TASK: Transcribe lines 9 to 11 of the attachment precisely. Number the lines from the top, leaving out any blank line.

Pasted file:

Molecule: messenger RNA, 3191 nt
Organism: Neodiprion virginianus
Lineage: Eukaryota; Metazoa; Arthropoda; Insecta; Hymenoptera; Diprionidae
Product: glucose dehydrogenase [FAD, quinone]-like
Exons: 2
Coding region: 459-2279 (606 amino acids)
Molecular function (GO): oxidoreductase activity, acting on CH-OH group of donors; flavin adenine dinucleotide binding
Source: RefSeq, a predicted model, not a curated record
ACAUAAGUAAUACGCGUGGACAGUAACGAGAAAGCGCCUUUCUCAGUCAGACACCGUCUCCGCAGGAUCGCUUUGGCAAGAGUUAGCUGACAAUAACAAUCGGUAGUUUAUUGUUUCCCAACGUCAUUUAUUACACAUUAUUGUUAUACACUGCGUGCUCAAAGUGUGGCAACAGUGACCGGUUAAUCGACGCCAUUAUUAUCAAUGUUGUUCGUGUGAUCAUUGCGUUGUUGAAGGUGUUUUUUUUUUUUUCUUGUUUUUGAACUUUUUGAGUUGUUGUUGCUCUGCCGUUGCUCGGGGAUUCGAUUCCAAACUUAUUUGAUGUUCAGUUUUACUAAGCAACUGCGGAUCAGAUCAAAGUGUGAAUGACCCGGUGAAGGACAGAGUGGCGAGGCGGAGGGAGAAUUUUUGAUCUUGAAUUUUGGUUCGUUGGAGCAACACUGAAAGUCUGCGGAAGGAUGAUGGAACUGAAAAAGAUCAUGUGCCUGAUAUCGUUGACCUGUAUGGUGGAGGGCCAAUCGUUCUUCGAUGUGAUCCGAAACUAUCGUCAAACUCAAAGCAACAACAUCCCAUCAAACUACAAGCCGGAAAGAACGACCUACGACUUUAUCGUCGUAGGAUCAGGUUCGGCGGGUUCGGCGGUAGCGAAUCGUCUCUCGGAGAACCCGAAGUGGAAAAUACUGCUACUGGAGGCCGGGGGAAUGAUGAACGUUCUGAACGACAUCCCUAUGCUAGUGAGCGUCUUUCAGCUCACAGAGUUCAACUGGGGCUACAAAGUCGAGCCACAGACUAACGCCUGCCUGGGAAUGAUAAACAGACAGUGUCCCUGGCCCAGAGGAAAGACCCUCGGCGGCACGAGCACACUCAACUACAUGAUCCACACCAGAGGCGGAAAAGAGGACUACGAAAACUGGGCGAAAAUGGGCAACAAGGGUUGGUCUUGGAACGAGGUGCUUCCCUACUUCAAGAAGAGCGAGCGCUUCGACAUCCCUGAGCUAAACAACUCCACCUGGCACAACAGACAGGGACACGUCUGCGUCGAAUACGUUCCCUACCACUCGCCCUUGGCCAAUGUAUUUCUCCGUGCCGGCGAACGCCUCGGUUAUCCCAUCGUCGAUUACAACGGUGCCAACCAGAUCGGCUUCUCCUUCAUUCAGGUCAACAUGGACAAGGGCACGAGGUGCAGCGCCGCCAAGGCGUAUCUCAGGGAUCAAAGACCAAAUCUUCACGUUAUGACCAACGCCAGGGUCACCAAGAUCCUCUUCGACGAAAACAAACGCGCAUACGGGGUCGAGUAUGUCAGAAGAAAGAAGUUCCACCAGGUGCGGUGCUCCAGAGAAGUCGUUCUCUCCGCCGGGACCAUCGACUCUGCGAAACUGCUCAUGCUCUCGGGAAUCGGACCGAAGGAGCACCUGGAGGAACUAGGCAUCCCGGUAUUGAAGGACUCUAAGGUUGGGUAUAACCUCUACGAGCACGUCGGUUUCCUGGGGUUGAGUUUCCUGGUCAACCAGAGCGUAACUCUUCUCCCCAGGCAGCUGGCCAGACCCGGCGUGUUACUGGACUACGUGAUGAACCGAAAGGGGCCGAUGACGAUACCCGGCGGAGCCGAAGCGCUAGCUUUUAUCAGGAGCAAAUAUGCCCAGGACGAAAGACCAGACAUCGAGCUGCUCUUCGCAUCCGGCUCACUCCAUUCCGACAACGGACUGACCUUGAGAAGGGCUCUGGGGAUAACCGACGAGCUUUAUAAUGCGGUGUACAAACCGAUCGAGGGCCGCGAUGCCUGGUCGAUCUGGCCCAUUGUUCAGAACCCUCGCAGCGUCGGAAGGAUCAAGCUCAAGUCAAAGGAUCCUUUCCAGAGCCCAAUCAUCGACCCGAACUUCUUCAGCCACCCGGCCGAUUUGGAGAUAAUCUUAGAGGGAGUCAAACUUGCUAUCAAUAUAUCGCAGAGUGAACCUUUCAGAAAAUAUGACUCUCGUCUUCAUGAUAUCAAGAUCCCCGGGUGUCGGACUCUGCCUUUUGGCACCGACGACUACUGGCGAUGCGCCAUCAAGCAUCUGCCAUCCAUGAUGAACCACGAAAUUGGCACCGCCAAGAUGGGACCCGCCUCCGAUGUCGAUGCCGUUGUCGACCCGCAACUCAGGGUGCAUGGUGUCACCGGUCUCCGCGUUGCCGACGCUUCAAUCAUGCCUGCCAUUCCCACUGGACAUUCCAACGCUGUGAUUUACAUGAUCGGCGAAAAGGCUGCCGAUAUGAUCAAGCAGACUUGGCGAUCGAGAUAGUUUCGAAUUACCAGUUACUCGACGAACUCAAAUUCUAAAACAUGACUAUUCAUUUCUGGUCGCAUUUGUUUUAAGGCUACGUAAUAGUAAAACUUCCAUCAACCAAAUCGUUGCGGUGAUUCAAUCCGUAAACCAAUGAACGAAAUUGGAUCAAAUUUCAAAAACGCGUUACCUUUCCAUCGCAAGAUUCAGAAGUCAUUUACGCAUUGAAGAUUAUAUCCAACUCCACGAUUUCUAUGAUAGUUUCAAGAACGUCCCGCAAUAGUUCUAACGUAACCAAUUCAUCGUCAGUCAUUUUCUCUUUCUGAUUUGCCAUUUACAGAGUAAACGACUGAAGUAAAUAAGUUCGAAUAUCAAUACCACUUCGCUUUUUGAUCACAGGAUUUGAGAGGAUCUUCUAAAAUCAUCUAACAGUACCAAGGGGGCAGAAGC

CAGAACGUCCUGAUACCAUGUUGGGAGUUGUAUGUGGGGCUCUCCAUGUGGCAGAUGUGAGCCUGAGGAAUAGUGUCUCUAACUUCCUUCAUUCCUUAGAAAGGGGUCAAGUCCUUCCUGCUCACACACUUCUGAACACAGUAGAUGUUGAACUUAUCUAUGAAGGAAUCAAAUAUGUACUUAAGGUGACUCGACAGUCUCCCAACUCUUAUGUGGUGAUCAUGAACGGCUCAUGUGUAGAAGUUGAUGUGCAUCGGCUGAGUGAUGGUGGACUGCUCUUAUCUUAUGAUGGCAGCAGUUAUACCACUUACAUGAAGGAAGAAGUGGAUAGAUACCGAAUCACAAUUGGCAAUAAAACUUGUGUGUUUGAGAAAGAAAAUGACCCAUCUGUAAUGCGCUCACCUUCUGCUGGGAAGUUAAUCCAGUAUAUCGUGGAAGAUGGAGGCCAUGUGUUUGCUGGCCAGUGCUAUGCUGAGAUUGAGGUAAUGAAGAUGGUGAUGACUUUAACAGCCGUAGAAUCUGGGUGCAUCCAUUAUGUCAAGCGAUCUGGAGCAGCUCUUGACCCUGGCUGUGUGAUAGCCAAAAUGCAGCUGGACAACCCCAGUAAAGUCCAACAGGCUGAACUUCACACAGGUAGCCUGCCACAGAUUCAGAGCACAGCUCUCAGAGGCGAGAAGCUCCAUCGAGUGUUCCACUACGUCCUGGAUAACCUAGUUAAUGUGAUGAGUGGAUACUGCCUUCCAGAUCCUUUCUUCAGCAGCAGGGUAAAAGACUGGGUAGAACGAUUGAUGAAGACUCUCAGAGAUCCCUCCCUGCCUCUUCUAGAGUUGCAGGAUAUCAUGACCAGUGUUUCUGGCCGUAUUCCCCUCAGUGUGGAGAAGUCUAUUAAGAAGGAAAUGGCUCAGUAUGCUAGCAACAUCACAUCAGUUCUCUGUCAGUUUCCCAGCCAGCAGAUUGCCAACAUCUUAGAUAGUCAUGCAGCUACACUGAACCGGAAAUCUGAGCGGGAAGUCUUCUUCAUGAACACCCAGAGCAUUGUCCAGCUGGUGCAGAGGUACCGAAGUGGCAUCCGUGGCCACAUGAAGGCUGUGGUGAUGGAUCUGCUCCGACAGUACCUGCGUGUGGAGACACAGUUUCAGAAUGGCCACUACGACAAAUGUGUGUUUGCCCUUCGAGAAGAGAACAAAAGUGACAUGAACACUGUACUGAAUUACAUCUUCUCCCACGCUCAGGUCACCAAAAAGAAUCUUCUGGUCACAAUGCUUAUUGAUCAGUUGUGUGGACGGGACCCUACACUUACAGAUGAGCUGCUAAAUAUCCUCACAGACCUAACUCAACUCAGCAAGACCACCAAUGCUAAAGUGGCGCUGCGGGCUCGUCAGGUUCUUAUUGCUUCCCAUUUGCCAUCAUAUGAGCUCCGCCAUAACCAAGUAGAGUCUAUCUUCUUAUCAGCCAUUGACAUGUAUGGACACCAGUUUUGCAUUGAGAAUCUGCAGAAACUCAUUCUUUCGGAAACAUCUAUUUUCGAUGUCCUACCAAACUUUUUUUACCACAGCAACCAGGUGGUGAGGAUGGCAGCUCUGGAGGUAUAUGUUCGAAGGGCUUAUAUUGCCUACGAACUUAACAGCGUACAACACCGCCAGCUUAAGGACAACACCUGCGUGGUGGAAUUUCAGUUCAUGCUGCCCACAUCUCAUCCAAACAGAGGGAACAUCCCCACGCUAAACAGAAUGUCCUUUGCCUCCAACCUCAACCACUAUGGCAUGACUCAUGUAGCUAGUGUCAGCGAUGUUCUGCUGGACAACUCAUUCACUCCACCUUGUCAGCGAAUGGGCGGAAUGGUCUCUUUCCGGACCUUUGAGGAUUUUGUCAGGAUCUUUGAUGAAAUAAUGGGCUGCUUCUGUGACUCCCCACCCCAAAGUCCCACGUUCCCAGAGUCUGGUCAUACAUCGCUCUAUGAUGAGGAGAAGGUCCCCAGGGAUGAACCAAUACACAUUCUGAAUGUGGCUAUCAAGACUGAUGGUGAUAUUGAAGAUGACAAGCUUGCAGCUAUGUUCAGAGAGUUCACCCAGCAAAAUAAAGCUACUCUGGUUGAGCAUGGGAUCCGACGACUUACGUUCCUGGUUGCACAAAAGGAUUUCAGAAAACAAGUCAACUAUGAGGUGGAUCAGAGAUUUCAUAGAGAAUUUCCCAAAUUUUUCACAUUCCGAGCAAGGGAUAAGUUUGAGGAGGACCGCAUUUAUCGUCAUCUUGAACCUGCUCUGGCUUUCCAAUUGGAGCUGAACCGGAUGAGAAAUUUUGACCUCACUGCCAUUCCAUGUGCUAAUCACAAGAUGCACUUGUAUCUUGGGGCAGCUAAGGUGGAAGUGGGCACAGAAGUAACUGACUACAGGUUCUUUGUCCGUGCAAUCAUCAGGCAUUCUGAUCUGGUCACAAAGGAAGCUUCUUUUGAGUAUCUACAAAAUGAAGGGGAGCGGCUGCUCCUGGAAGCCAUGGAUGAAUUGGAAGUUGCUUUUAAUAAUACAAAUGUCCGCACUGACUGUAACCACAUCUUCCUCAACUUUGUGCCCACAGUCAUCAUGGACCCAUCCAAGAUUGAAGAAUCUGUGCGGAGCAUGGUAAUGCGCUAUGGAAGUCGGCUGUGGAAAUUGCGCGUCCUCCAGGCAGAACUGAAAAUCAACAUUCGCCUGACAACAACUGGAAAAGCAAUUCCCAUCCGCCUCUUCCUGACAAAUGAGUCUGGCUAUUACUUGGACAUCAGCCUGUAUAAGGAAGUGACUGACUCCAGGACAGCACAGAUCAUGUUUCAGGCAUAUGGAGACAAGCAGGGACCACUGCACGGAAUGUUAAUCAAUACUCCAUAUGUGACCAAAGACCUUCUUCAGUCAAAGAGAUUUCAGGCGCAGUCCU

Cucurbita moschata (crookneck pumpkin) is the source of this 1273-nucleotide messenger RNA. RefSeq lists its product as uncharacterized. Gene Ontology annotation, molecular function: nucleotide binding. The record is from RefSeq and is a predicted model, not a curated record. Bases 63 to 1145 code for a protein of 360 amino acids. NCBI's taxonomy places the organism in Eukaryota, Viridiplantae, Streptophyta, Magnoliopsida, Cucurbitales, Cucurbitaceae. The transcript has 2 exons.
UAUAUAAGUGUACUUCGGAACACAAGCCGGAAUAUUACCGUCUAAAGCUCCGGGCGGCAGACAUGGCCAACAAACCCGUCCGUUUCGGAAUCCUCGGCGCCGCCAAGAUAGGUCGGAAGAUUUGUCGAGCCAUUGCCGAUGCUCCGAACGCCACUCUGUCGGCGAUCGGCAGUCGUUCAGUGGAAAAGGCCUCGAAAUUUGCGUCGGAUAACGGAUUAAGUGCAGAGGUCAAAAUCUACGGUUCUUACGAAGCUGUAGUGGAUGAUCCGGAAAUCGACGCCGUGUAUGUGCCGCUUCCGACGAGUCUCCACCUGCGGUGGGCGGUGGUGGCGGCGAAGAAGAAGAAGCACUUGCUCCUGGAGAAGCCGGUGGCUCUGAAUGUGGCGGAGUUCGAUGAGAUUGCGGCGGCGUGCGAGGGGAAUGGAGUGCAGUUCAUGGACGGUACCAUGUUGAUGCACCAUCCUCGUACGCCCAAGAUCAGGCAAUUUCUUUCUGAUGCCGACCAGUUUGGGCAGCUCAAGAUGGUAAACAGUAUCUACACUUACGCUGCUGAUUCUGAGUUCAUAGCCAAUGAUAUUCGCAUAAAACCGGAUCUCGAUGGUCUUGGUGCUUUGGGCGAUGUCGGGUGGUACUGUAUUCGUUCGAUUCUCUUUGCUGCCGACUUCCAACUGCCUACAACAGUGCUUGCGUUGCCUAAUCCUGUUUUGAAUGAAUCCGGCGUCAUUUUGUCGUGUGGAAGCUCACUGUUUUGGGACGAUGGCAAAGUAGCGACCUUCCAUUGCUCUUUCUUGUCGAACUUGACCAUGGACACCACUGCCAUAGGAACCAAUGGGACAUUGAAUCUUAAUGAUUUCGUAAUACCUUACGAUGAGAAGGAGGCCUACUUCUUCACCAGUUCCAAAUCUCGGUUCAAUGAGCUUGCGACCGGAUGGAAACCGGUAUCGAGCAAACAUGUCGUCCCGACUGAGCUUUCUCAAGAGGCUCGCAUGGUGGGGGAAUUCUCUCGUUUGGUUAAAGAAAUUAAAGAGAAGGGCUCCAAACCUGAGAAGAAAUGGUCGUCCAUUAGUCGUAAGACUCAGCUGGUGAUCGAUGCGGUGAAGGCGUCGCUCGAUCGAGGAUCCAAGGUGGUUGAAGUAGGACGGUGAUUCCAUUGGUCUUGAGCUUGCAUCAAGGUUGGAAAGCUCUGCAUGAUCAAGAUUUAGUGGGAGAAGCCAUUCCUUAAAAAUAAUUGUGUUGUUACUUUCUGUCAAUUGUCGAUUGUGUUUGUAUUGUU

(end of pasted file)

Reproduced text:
ACAUAAGUAAUACGCGUGGACAGUAACGAGAAAGCGCCUUUCUCAGUCAGACACCGUCUCCGCAGGAUCGCUUUGGCAAGAGUUAGCUGACAAUAACAAUCGGUAGUUUAUUGUUUCCCAACGUCAUUUAUUACACAUUAUUGUUAUACACUGCGUGCUCAAAGUGUGGCAACAGUGACCGGUUAAUCGACGCCAUUAUUAUCAAUGUUGUUCGUGUGAUCAUUGCGUUGUUGAAGGUGUUUUUUUUUUUUUCUUGUUUUUGAACUUUUUGAGUUGUUGUUGCUCUGCCGUUGCUCGGGGAUUCGAUUCCAAACUUAUUUGAUGUUCAGUUUUACUAAGCAACUGCGGAUCAGAUCAAAGUGUGAAUGACCCGGUGAAGGACAGAGUGGCGAGGCGGAGGGAGAAUUUUUGAUCUUGAAUUUUGGUUCGUUGGAGCAACACUGAAAGUCUGCGGAAGGAUGAUGGAACUGAAAAAGAUCAUGUGCCUGAUAUCGUUGACCUGUAUGGUGGAGGGCCAAUCGUUCUUCGAUGUGAUCCGAAACUAUCGUCAAACUCAAAGCAACAACAUCCCAUCAAACUACAAGCCGGAAAGAACGACCUACGACUUUAUCGUCGUAGGAUCAGGUUCGGCGGGUUCGGCGGUAGCGAAUCGUCUCUCGGAGAACCCGAAGUGGAAAAUACUGCUACUGGAGGCCGGGGGAAUGAUGAACGUUCUGAACGACAUCCCUAUGCUAGUGAGCGUCUUUCAGCUCACAGAGUUCAACUGGGGCUACAAAGUCGAGCCACAGACUAACGCCUGCCUGGGAAUGAUAAACAGACAGUGUCCCUGGCCCAGAGGAAAGACCCUCGGCGGCACGAGCACACUCAACUACAUGAUCCACACCAGAGGCGGAAAAGAGGACUACGAAAACUGGGCGAAAAUGGGCAACAAGGGUUGGUCUUGGAACGAGGUGCUUCCCUACUUCAAGAAGAGCGAGCGCUUCGACAUCCCUGAGCUAAACAACUCCACCUGGCACAACAGACAGGGACACGUCUGCGUCGAAUACGUUCCCUACCACUCGCCCUUGGCCAAUGUAUUUCUCCGUGCCGGCGAACGCCUCGGUUAUCCCAUCGUCGAUUACAACGGUGCCAACCAGAUCGGCUUCUCCUUCAUUCAGGUCAACAUGGACAAGGGCACGAGGUGCAGCGCCGCCAAGGCGUAUCUCAGGGAUCAAAGACCAAAUCUUCACGUUAUGACCAACGCCAGGGUCACCAAGAUCCUCUUCGACGAAAACAAACGCGCAUACGGGGUCGAGUAUGUCAGAAGAAAGAAGUUCCACCAGGUGCGGUGCUCCAGAGAAGUCGUUCUCUCCGCCGGGACCAUCGACUCUGCGAAACUGCUCAUGCUCUCGGGAAUCGGACCGAAGGAGCACCUGGAGGAACUAGGCAUCCCGGUAUUGAAGGACUCUAAGGUUGGGUAUAACCUCUACGAGCACGUCGGUUUCCUGGGGUUGAGUUUCCUGGUCAACCAGAGCGUAACUCUUCUCCCCAGGCAGCUGGCCAGACCCGGCGUGUUACUGGACUACGUGAUGAACCGAAAGGGGCCGAUGACGAUACCCGGCGGAGCCGAAGCGCUAGCUUUUAUCAGGAGCAAAUAUGCCCAGGACGAAAGACCAGACAUCGAGCUGCUCUUCGCAUCCGGCUCACUCCAUUCCGACAACGGACUGACCUUGAGAAGGGCUCUGGGGAUAACCGACGAGCUUUAUAAUGCGGUGUACAAACCGAUCGAGGGCCGCGAUGCCUGGUCGAUCUGGCCCAUUGUUCAGAACCCUCGCAGCGUCGGAAGGAUCAAGCUCAAGUCAAAGGAUCCUUUCCAGAGCCCAAUCAUCGACCCGAACUUCUUCAGCCACCCGGCCGAUUUGGAGAUAAUCUUAGAGGGAGUCAAACUUGCUAUCAAUAUAUCGCAGAGUGAACCUUUCAGAAAAUAUGACUCUCGUCUUCAUGAUAUCAAGAUCCCCGGGUGUCGGACUCUGCCUUUUGGCACCGACGACUACUGGCGAUGCGCCAUCAAGCAUCUGCCAUCCAUGAUGAACCACGAAAUUGGCACCGCCAAGAUGGGACCCGCCUCCGAUGUCGAUGCCGUUGUCGACCCGCAACUCAGGGUGCAUGGUGUCACCGGUCUCCGCGUUGCCGACGCUUCAAUCAUGCCUGCCAUUCCCACUGGACAUUCCAACGCUGUGAUUUACAUGAUCGGCGAAAAGGCUGCCGAUAUGAUCAAGCAGACUUGGCGAUCGAGAUAGUUUCGAAUUACCAGUUACUCGACGAACUCAAAUUCUAAAACAUGACUAUUCAUUUCUGGUCGCAUUUGUUUUAAGGCUACGUAAUAGUAAAACUUCCAUCAACCAAAUCGUUGCGGUGAUUCAAUCCGUAAACCAAUGAACGAAAUUGGAUCAAAUUUCAAAAACGCGUUACCUUUCCAUCGCAAGAUUCAGAAGUCAUUUACGCAUUGAAGAUUAUAUCCAACUCCACGAUUUCUAUGAUAGUUUCAAGAACGUCCCGCAAUAGUUCUAACGUAACCAAUUCAUCGUCAGUCAUUUUCUCUUUCUGAUUUGCCAUUUACAGAGUAAACGACUGAAGUAAAUAAGUUCGAAUAUCAAUACCACUUCGCUUUUUGAUCACAGGAUUUGAGAGGAUCUUCUAAAAUCAUCUAACAGUACCAAGGGGGCAGAAGC

CAGAACGUCCUGAUACCAUGUUGGGAGUUGUAUGUGGGGCUCUCCAUGUGGCAGAUGUGAGCCUGAGGAAUAGUGUCUCUAACUUCCUUCAUUCCUUAGAAAGGGGUCAAGUCCUUCCUGCUCACACACUUCUGAACACAGUAGAUGUUGAACUUAUCUAUGAAGGAAUCAAAUAUGUACUUAAGGUGACUCGACAGUCUCCCAACUCUUAUGUGGUGAUCAUGAACGGCUCAUGUGUAGAAGUUGAUGUGCAUCGGCUGAGUGAUGGUGGACUGCUCUUAUCUUAUGAUGGCAGCAGUUAUACCACUUACAUGAAGGAAGAAGUGGAUAGAUACCGAAUCACAAUUGGCAAUAAAACUUGUGUGUUUGAGAAAGAAAAUGACCCAUCUGUAAUGCGCUCACCUUCUGCUGGGAAGUUAAUCCAGUAUAUCGUGGAAGAUGGAGGCCAUGUGUUUGCUGGCCAGUGCUAUGCUGAGAUUGAGGUAAUGAAGAUGGUGAUGACUUUAACAGCCGUAGAAUCUGGGUGCAUCCAUUAUGUCAAGCGAUCUGGAGCAGCUCUUGACCCUGGCUGUGUGAUAGCCAAAAUGCAGCUGGACAACCCCAGUAAAGUCCAACAGGCUGAACUUCACACAGGUAGCCUGCCACAGAUUCAGAGCACAGCUCUCAGAGGCGAGAAGCUCCAUCGAGUGUUCCACUACGUCCUGGAUAACCUAGUUAAUGUGAUGAGUGGAUACUGCCUUCCAGAUCCUUUCUUCAGCAGCAGGGUAAAAGACUGGGUAGAACGAUUGAUGAAGACUCUCAGAGAUCCCUCCCUGCCUCUUCUAGAGUUGCAGGAUAUCAUGACCAGUGUUUCUGGCCGUAUUCCCCUCAGUGUGGAGAAGUCUAUUAAGAAGGAAAUGGCUCAGUAUGCUAGCAACAUCACAUCAGUUCUCUGUCAGUUUCCCAGCCAGCAGAUUGCCAACAUCUUAGAUAGUCAUGCAGCUACACUGAACCGGAAAUCUGAGCGGGAAGUCUUCUUCAUGAACACCCAGAGCAUUGUCCAGCUGGUGCAGAGGUACCGAAGUGGCAUCCGUGGCCACAUGAAGGCUGUGGUGAUGGAUCUGCUCCGACAGUACCUGCGUGUGGAGACACAGUUUCAGAAUGGCCACUACGACAAAUGUGUGUUUGCCCUUCGAGAAGAGAACAAAAGUGACAUGAACACUGUACUGAAUUACAUCUUCUCCCACGCUCAGGUCACCAAAAAGAAUCUUCUGGUCACAAUGCUUAUUGAUCAGUUGUGUGGACGGGACCCUACACUUACAGAUGAGCUGCUAAAUAUCCUCACAGACCUAACUCAACUCAGCAAGACCACCAAUGCUAAAGUGGCGCUGCGGGCUCGUCAGGUUCUUAUUGCUUCCCAUUUGCCAUCAUAUGAGCUCCGCCAUAACCAAGUAGAGUCUAUCUUCUUAUCAGCCAUUGACAUGUAUGGACACCAGUUUUGCAUUGAGAAUCUGCAGAAACUCAUUCUUUCGGAAACAUCUAUUUUCGAUGUCCUACCAAACUUUUUUUACCACAGCAACCAGGUGGUGAGGAUGGCAGCUCUGGAGGUAUAUGUUCGAAGGGCUUAUAUUGCCUACGAACUUAACAGCGUACAACACCGCCAGCUUAAGGACAACACCUGCGUGGUGGAAUUUCAGUUCAUGCUGCCCACAUCUCAUCCAAACAGAGGGAACAUCCCCACGCUAAACAGAAUGUCCUUUGCCUCCAACCUCAACCACUAUGGCAUGACUCAUGUAGCUAGUGUCAGCGAUGUUCUGCUGGACAACUCAUUCACUCCACCUUGUCAGCGAAUGGGCGGAAUGGUCUCUUUCCGGACCUUUGAGGAUUUUGUCAGGAUCUUUGAUGAAAUAAUGGGCUGCUUCUGUGACUCCCCACCCCAAAGUCCCACGUUCCCAGAGUCUGGUCAUACAUCGCUCUAUGAUGAGGAGAAGGUCCCCAGGGAUGAACCAAUACACAUUCUGAAUGUGGCUAUCAAGACUGAUGGUGAUAUUGAAGAUGACAAGCUUGCAGCUAUGUUCAGAGAGUUCACCCAGCAAAAUAAAGCUACUCUGGUUGAGCAUGGGAUCCGACGACUUACGUUCCUGGUUGCACAAAAGGAUUUCAGAAAACAAGUCAACUAUGAGGUGGAUCAGAGAUUUCAUAGAGAAUUUCCCAAAUUUUUCACAUUCCGAGCAAGGGAUAAGUUUGAGGAGGACCGCAUUUAUCGUCAUCUUGAACCUGCUCUGGCUUUCCAAUUGGAGCUGAACCGGAUGAGAAAUUUUGACCUCACUGCCAUUCCAUGUGCUAAUCACAAGAUGCACUUGUAUCUUGGGGCAGCUAAGGUGGAAGUGGGCACAGAAGUAACUGACUACAGGUUCUUUGUCCGUGCAAUCAUCAGGCAUUCUGAUCUGGUCACAAAGGAAGCUUCUUUUGAGUAUCUACAAAAUGAAGGGGAGCGGCUGCUCCUGGAAGCCAUGGAUGAAUUGGAAGUUGCUUUUAAUAAUACAAAUGUCCGCACUGACUGUAACCACAUCUUCCUCAACUUUGUGCCCACAGUCAUCAUGGACCCAUCCAAGAUUGAAGAAUCUGUGCGGAGCAUGGUAAUGCGCUAUGGAAGUCGGCUGUGGAAAUUGCGCGUCCUCCAGGCAGAACUGAAAAUCAACAUUCGCCUGACAACAACUGGAAAAGCAAUUCCCAUCCGCCUCUUCCUGACAAAUGAGUCUGGCUAUUACUUGGACAUCAGCCUGUAUAAGGAAGUGACUGACUCCAGGACAGCACAGAUCAUGUUUCAGGCAUAUGGAGACAAGCAGGGACCACUGCACGGAAUGUUAAUCAAUACUCCAUAUGUGACCAAAGACCUUCUUCAGUCAAAGAGAUUUCAGGCGCAGUCCU

Cucurbita moschata (crookneck pumpkin) is the source of this 1273-nucleotide messenger RNA. RefSeq lists its product as uncharacterized. Gene Ontology annotation, molecular function: nucleotide binding. The record is from RefSeq and is a predicted model, not a curated record. Bases 63 to 1145 code for a protein of 360 amino acids. NCBI's taxonomy places the organism in Eukaryota, Viridiplantae, Streptophyta, Magnoliopsida, Cucurbitales, Cucurbitaceae. The transcript has 2 exons.